A proprietary function is a business function. A State or political entity exercises a proprietary function when it engages in a business similar to one a private enterprise would engage in for profit. For example, the operation of parking garage by a city is a proprietary function.


Nonproprietary (governmental) functions of a State or political subdivision are the traditional functions of government, i.e., legislative, executive, and judicial, as well as the control and prevention of crime, regulation of the conduct of citizens for the general welfare, and providing for the public safety. For example, the operation of schools or institutions of higher learning by State or political subdivisions is a governmental function.


The distinction between a nonproprietary and a proprietary function is not always readily apparent. The provisions of State law govern in determining whether a function is governmental or proprietary. What may be a proprietary function under the laws of one State may not be classified as such in another.




Civilian employees of State national guard units employed under Title 32, U.S.C. Section 709 and paid by the Department of Defense were deemed State employees effective January 1, 1951. Many States provided coverage for the services of such individuals as a separate absolute coverage group. If the individuals were in positions under a retirement system, coverage was extended as a part of the retirement system coverage group which included other State employees in positions under the same retirement system.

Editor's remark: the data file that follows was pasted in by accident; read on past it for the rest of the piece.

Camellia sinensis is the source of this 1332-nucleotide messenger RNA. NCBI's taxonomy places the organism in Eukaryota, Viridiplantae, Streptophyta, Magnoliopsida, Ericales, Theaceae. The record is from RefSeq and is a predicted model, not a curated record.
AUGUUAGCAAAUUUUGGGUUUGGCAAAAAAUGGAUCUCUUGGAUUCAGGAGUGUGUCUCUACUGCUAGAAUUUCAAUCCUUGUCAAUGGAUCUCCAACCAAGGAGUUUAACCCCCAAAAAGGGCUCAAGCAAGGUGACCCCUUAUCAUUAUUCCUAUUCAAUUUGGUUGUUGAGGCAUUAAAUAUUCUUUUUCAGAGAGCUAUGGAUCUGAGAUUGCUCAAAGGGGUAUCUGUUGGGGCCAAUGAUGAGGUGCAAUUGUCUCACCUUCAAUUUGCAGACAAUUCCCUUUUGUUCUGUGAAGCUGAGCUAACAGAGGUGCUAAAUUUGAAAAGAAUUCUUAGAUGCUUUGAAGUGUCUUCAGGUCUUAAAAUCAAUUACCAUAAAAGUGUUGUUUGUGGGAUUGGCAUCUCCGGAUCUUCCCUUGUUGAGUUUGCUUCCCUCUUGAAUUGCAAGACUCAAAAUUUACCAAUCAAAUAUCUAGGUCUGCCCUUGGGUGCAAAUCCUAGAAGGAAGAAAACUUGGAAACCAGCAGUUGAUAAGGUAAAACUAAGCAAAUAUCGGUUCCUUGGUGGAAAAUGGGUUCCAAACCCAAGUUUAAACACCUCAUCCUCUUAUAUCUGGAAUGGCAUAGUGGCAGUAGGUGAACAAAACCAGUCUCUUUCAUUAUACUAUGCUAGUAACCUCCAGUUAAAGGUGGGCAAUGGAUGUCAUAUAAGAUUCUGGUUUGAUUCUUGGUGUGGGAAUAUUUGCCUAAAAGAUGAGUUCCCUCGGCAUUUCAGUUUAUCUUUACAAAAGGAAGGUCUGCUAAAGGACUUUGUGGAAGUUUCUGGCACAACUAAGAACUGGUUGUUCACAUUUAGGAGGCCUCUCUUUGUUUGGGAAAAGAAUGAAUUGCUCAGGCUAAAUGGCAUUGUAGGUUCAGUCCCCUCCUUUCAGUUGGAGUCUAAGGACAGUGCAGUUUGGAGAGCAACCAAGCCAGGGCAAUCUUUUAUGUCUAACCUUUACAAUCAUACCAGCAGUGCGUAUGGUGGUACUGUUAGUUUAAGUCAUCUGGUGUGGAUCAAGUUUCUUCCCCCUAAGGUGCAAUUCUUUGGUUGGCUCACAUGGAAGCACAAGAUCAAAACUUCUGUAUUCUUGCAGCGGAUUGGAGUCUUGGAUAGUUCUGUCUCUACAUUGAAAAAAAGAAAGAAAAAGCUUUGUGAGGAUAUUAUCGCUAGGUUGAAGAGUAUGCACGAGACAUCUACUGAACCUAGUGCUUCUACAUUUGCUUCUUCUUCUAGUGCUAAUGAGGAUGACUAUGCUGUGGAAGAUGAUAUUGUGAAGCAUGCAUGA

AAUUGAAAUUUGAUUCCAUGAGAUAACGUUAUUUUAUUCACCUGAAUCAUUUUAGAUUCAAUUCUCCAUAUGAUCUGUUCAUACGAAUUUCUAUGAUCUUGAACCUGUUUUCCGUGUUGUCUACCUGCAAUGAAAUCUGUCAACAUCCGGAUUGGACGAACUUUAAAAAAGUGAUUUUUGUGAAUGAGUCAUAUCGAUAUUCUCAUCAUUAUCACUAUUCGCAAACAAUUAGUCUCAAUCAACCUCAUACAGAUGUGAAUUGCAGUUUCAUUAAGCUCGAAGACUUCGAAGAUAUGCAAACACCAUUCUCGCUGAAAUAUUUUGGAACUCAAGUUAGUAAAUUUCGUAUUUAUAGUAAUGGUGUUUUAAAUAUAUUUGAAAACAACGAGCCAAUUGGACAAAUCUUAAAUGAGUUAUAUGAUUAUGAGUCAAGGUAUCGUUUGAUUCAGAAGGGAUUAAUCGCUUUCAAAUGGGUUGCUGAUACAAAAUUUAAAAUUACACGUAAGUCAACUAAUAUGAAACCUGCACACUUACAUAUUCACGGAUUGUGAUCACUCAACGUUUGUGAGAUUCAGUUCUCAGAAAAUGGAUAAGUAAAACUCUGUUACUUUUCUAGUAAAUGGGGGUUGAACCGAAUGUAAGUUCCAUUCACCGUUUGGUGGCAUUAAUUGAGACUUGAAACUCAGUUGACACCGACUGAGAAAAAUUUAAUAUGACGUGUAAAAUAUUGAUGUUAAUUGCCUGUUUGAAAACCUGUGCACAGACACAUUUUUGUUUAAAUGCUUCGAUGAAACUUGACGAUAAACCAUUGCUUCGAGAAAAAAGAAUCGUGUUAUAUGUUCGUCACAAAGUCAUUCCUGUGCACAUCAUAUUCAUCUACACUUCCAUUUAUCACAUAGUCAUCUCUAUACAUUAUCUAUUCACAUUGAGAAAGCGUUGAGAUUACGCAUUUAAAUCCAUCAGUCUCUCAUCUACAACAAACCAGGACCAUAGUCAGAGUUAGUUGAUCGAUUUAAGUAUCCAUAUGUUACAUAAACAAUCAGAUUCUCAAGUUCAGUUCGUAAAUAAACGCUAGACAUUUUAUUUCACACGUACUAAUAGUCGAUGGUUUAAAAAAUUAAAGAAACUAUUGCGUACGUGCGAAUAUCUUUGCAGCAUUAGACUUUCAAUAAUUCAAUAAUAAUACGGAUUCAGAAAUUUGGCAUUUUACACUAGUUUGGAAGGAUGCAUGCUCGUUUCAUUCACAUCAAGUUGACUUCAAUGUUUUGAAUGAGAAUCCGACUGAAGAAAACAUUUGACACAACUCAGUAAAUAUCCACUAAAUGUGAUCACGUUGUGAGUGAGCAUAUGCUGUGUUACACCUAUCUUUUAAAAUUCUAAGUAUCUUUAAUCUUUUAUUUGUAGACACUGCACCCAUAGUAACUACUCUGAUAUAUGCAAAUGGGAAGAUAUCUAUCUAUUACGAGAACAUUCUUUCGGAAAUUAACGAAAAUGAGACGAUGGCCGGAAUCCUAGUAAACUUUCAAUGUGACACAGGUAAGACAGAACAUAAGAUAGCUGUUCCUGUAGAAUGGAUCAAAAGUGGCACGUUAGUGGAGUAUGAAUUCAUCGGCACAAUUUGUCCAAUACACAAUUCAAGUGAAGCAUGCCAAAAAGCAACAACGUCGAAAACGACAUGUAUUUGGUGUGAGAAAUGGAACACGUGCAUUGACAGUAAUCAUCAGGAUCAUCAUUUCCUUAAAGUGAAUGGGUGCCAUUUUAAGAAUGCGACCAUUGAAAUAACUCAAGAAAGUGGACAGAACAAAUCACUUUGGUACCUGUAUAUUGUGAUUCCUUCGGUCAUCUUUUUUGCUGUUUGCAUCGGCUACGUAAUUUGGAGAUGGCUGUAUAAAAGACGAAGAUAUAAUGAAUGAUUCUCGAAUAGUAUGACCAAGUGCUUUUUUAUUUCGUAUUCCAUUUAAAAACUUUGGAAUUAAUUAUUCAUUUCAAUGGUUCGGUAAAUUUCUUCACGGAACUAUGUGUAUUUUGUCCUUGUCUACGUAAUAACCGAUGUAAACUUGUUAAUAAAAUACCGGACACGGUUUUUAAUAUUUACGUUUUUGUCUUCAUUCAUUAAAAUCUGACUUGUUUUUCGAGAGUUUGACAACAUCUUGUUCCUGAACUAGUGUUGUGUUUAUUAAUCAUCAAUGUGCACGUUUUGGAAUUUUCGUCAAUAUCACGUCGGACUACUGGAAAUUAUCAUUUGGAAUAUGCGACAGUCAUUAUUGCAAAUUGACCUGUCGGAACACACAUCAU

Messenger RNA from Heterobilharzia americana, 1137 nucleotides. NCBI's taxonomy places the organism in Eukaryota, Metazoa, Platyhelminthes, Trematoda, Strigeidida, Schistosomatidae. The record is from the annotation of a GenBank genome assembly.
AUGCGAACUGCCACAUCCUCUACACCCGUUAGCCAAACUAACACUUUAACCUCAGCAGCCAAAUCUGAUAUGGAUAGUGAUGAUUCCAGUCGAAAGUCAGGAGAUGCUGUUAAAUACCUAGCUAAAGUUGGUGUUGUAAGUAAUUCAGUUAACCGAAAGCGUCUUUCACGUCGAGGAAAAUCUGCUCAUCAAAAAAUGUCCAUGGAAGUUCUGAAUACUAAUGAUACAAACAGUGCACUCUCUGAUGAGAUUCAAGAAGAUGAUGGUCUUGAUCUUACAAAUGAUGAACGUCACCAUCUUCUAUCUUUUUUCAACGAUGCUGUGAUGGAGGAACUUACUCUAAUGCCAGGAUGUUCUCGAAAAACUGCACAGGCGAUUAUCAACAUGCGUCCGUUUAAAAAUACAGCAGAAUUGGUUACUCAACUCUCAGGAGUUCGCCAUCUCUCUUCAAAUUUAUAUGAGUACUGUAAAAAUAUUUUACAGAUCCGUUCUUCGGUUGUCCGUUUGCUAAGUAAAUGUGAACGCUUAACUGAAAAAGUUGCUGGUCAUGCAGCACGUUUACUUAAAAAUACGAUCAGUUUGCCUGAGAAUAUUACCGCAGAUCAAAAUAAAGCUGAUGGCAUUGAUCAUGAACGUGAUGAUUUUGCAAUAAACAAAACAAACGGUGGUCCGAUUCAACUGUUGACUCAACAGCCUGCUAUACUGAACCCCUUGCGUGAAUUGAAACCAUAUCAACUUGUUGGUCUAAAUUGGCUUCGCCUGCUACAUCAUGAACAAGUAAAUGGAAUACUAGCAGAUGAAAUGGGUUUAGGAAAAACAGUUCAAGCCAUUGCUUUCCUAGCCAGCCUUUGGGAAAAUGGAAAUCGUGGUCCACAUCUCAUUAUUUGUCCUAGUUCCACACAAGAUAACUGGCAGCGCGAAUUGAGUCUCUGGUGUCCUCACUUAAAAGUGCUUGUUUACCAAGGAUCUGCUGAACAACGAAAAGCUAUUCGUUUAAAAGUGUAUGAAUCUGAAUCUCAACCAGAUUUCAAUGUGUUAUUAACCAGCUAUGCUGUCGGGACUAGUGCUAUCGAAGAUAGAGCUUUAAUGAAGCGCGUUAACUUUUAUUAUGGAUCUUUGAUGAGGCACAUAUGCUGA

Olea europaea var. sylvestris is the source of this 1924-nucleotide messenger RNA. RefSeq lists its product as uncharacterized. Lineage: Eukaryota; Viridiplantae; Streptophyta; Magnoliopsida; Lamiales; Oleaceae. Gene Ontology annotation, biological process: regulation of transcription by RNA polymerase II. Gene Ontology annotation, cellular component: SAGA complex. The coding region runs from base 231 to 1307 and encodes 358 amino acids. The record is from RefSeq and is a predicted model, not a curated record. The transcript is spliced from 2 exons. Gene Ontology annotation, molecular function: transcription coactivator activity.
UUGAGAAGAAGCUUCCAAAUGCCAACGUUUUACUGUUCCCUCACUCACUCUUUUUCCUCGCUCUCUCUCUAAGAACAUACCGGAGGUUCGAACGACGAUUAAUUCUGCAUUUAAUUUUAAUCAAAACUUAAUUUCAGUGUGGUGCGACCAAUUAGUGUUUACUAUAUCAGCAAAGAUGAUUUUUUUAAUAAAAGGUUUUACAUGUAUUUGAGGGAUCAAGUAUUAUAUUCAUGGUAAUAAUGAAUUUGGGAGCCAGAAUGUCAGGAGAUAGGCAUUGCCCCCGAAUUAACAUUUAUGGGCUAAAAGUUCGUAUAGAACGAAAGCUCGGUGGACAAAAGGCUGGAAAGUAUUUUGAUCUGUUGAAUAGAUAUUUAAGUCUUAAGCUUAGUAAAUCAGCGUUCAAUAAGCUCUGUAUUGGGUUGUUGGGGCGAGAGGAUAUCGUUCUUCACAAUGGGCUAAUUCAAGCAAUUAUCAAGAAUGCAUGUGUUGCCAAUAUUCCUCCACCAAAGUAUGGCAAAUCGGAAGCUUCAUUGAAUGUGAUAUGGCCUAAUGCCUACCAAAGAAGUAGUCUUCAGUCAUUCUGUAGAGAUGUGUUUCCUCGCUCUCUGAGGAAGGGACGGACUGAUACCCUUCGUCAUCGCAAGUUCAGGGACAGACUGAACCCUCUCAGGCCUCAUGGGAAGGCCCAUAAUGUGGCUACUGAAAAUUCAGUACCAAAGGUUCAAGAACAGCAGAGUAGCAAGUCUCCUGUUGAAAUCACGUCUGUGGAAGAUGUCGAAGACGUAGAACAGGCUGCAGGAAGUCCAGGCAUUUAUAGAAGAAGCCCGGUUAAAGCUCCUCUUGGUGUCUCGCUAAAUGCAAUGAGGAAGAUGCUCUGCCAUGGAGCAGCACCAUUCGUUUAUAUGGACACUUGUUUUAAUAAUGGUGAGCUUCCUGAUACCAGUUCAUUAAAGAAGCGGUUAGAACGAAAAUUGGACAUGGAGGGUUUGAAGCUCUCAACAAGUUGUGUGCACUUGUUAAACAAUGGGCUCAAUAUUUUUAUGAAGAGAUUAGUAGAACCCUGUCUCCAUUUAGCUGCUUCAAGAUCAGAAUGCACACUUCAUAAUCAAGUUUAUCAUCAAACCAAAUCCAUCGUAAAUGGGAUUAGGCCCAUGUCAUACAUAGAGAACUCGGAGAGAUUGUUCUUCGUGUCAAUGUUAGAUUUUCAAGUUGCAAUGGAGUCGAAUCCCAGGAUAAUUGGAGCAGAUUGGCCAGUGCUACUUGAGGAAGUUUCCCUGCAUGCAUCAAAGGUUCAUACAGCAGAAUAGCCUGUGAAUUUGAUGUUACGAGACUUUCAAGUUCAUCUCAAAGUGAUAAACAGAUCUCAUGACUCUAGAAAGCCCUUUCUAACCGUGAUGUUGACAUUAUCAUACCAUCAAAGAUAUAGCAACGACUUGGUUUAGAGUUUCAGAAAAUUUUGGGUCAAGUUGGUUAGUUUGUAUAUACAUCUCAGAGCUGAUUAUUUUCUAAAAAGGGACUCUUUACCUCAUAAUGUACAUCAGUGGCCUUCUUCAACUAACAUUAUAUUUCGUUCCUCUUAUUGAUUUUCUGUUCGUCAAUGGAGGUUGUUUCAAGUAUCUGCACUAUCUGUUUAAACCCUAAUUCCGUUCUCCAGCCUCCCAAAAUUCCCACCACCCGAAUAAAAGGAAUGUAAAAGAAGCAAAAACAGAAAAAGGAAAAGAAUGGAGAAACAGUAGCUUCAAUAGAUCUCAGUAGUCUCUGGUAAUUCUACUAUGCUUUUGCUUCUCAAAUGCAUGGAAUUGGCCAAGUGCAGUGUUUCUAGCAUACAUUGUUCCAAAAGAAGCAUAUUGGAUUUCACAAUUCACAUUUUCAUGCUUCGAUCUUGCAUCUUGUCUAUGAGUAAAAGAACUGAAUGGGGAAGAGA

Effective January 1, 1969, all national guard technicians are covered under the Civil Service Retirement System (CSRS) as a Federal employee (Public Law 90-486, National Guard Technicians Act of 1968). Social Security coverage for national guard technicians’ services under a State’s Agreement was terminated effective December 31, 1968.



Effective January 1, 1955, individuals employed pursuant to an agreement entered into under Title 7, U.S. Code 1624 or Title 7, U.S. Code 499n between a State and the U.S. Department of Agriculture to perform services as inspectors of agricultural products may be deemed by the State to be State employees and a separate absolute coverage group. Agricultural inspectors whose positions are under a retirement system may be covered only as members of a retirement system coverage group.


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SL 30001.316 - Composition of an Absolute Coverage Group - 12/18/2003
Batch run: 02/20/2004